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Inside Germany -- Volker Feyerabend
Who in Switzerland’s PCB Industry Can Neutralize the Downturn?

By Volker Feyerabend

—Posted: 12/01/2003

What is Switzerland’s role in the European PCB industry? How are the Swiss PCB and equipment manufacturing companies performing, and which strategies do they employ? Finally, why am I discussing Switzerland when the name of this column is “Inside Germany”? To answer the last question first, you’ll have to keep reading since I deal with a Swiss company making inroads into Germany, as well as in Asia.

Switzerland is a small market with a business-friendly environment. There are forty hour work weeks for most employees, high educational standards, low tax rates and even reasonable trade unions. Currently Switzerland accounts for 4.7% of the European PCB market. While that may seem small, the country’s seventeen PCB companies generated 160 million euro in sales, and employed about 1200 people last year. The five largest PCB companies represent about 61% of the industry turnover.

Switzerland’s Top 10 PCB manufacturers in 2002:
1. PPC Electronic AG, Cham
2. Dyconex AG, Zuerich
3. Cicorel SA, Boudry
4. Varioprint AG, Heiden
5. Optiprint AG, Rehetobel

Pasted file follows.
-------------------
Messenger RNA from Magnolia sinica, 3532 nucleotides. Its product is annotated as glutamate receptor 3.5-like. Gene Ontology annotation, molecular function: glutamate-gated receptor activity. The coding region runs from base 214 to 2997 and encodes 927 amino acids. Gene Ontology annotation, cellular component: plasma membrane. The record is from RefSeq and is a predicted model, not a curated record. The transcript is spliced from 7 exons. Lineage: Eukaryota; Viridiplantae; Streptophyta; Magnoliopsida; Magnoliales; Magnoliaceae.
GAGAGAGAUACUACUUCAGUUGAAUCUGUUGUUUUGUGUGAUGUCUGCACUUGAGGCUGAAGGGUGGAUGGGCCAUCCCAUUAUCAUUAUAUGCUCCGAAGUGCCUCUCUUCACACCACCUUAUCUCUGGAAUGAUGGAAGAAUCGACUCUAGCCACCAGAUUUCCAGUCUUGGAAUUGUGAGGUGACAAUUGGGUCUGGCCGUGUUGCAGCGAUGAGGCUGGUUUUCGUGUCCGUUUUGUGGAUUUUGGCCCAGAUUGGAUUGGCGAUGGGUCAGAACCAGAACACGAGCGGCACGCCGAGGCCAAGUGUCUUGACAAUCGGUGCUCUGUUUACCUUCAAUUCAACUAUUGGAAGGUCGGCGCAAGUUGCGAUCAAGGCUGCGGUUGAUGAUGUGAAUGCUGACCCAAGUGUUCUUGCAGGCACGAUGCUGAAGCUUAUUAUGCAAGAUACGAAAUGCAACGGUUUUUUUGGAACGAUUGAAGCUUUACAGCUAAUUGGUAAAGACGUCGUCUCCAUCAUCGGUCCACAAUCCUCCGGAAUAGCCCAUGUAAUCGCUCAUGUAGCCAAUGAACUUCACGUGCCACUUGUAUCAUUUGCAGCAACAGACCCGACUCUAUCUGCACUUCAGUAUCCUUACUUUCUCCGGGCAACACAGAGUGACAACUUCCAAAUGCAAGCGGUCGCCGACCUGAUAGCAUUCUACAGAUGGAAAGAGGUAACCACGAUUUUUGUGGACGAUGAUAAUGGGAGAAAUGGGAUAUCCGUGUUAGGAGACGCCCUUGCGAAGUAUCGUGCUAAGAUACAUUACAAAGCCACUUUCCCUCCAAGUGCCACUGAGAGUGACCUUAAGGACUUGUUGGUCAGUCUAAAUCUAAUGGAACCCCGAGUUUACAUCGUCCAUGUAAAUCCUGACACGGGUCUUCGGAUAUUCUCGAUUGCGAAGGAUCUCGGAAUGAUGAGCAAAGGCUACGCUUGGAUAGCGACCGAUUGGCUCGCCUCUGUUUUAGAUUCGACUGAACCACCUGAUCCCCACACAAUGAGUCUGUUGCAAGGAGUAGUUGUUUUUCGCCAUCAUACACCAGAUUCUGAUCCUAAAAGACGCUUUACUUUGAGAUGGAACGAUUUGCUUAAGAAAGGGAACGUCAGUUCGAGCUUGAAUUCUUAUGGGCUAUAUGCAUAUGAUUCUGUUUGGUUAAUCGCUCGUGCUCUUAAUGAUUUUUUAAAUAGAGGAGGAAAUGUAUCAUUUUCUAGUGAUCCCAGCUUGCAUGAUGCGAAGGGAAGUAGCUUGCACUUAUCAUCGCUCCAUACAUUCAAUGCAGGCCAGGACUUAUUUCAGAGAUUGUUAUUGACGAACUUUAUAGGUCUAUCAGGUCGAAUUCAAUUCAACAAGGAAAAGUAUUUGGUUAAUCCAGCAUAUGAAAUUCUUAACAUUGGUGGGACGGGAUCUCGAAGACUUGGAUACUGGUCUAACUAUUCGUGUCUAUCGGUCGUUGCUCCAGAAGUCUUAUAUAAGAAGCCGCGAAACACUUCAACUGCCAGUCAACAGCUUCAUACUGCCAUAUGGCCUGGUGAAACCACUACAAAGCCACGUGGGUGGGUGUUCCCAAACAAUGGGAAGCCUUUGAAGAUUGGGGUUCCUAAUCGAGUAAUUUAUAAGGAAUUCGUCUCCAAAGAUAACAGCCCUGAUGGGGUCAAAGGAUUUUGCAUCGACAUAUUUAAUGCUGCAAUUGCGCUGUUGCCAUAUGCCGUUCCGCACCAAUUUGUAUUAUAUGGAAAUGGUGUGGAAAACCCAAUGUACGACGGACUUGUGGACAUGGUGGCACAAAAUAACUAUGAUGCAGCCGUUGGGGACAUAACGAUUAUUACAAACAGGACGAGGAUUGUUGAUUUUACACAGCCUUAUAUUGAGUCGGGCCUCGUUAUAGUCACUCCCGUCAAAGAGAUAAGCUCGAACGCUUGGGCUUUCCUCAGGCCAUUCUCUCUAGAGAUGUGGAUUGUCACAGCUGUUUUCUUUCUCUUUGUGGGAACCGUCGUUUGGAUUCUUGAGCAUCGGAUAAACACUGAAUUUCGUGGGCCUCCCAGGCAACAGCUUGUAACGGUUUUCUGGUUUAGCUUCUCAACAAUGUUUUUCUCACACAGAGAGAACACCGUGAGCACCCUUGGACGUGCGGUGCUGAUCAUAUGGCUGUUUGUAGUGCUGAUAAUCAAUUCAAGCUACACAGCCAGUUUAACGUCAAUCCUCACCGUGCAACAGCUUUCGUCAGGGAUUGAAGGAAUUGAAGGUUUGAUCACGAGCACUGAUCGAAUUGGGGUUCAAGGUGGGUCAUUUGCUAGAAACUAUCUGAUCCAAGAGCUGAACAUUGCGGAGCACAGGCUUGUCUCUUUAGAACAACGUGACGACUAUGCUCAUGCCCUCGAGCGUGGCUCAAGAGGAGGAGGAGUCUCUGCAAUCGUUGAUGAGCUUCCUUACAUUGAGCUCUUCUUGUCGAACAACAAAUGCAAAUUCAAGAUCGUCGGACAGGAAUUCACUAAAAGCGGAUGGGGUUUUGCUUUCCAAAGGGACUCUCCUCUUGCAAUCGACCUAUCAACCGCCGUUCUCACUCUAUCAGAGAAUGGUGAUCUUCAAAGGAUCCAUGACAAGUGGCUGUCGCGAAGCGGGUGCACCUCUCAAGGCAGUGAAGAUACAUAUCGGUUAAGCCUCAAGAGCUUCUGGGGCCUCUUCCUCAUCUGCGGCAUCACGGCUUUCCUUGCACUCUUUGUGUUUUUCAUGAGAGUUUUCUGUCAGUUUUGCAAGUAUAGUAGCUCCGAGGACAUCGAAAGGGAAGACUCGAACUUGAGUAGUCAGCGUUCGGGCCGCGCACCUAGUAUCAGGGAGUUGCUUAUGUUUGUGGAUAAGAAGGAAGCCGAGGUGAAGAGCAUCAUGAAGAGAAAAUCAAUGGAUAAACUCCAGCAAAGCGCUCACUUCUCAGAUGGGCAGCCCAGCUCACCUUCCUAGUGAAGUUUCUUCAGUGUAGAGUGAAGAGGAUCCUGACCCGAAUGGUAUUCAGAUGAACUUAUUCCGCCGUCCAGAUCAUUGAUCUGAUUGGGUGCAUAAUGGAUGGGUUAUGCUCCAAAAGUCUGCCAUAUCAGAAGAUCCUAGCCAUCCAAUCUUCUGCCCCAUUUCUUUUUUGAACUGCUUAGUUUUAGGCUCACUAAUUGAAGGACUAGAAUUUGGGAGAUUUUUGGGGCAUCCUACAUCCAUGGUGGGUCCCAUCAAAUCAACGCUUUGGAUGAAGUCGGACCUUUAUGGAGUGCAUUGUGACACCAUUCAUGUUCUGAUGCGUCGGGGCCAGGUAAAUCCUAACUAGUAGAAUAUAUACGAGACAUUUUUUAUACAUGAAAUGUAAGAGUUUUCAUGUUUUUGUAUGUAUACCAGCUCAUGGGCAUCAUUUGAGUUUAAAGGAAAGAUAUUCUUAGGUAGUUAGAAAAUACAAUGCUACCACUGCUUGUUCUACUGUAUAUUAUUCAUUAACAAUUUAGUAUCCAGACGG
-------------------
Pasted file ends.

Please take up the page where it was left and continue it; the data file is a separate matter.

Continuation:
6. GS Präzisions AG, Kuessnacht
7. Photochemie AG, Unteraegeri
8. Micro PCB AG, Thundorf
9. Zbinden AG, Welschenrohr
10. Ascom AG, Bern

Key markets for the Swiss include industrial design, and telecommunications, as well as niche markets such as optoelectronic products, watches and hearing aids. However, some Swiss PCB manufacturers have difficulties because they mainly focused on high-volume products in the past, and there might be changes in the 2004 “Top 10” list, as well as a continued decrease in the overall market volume. But there are definitely bright spots. I want to share with you an example of a well-positioned equipment manufacturer in Europe’s electronics supply chain: Posalux SA, Biel-Bienne.

Photo 1. Posalux’s factory in Biel-Bienne.

Posalux is a well known manufacturer in the PCB industry, and located in the bilingual area of Biel (German, French). Sixty years ago it was founded as a mechanical workshop for the watch industry. A strategic change occurred in 1961 with the production of the first drilling machine for the PCB industry. This change turned out to be so successful that the product portfolio was adjusted to serve this particular industry. Today Posalux offers drilling and routing machines (see Photo 2: the Ultra Speed 6000) for the PCB industry, and Fuel and Diesel injection Nozzle EDM machines (Microfor) for the Automotive industry. The company employs 180 people and has annual sales of around 45 million CHF (1 CHF = $0.72 = 0.65 Euro). Asia accounts for more than two-thirds of the companies PCB commodity sales.
During my last visit, Jean- Claude Gamboni (Commercial Director), Herbert Klay (Technical Director) and I talked about their strategy, vision, projects and latest developments. Faced with the challenging market situation, Posalux started working on two major initiatives.